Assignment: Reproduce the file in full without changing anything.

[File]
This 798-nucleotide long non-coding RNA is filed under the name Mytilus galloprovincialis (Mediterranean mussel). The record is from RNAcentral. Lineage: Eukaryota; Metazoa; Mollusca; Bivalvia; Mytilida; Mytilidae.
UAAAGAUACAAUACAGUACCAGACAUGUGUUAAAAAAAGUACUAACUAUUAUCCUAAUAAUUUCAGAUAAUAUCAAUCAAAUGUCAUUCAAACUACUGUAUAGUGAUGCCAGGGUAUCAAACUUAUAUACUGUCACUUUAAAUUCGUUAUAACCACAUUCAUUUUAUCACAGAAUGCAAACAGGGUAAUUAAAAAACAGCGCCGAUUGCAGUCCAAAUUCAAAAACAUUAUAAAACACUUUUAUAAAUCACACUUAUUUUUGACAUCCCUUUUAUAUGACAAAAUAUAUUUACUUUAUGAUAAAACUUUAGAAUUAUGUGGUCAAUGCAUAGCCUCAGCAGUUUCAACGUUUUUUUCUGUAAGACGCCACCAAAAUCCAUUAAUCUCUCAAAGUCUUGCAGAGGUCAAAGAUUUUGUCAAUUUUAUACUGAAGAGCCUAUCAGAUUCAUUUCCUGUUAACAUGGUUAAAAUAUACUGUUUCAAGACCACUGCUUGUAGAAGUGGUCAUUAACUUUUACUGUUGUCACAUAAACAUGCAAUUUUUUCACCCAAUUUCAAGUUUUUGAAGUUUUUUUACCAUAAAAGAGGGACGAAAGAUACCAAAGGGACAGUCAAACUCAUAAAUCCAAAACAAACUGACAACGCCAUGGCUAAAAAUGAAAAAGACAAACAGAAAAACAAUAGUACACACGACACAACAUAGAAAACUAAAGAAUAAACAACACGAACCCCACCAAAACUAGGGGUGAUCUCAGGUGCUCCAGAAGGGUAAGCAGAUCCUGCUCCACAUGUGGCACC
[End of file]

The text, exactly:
This 798-nucleotide long non-coding RNA is filed under the name Mytilus galloprovincialis (Mediterranean mussel). The record is from RNAcentral. Lineage: Eukaryota; Metazoa; Mollusca; Bivalvia; Mytilida; Mytilidae.
UAAAGAUACAAUACAGUACCAGACAUGUGUUAAAAAAAGUACUAACUAUUAUCCUAAUAAUUUCAGAUAAUAUCAAUCAAAUGUCAUUCAAACUACUGUAUAGUGAUGCCAGGGUAUCAAACUUAUAUACUGUCACUUUAAAUUCGUUAUAACCACAUUCAUUUUAUCACAGAAUGCAAACAGGGUAAUUAAAAAACAGCGCCGAUUGCAGUCCAAAUUCAAAAACAUUAUAAAACACUUUUAUAAAUCACACUUAUUUUUGACAUCCCUUUUAUAUGACAAAAUAUAUUUACUUUAUGAUAAAACUUUAGAAUUAUGUGGUCAAUGCAUAGCCUCAGCAGUUUCAACGUUUUUUUCUGUAAGACGCCACCAAAAUCCAUUAAUCUCUCAAAGUCUUGCAGAGGUCAAAGAUUUUGUCAAUUUUAUACUGAAGAGCCUAUCAGAUUCAUUUCCUGUUAACAUGGUUAAAAUAUACUGUUUCAAGACCACUGCUUGUAGAAGUGGUCAUUAACUUUUACUGUUGUCACAUAAACAUGCAAUUUUUUCACCCAAUUUCAAGUUUUUGAAGUUUUUUUACCAUAAAAGAGGGACGAAAGAUACCAAAGGGACAGUCAAACUCAUAAAUCCAAAACAAACUGACAACGCCAUGGCUAAAAAUGAAAAAGACAAACAGAAAAACAAUAGUACACACGACACAACAUAGAAAACUAAAGAAUAAACAACACGAACCCCACCAAAACUAGGGGUGAUCUCAGGUGCUCCAGAAGGGUAAGCAGAUCCUGCUCCACAUGUGGCACC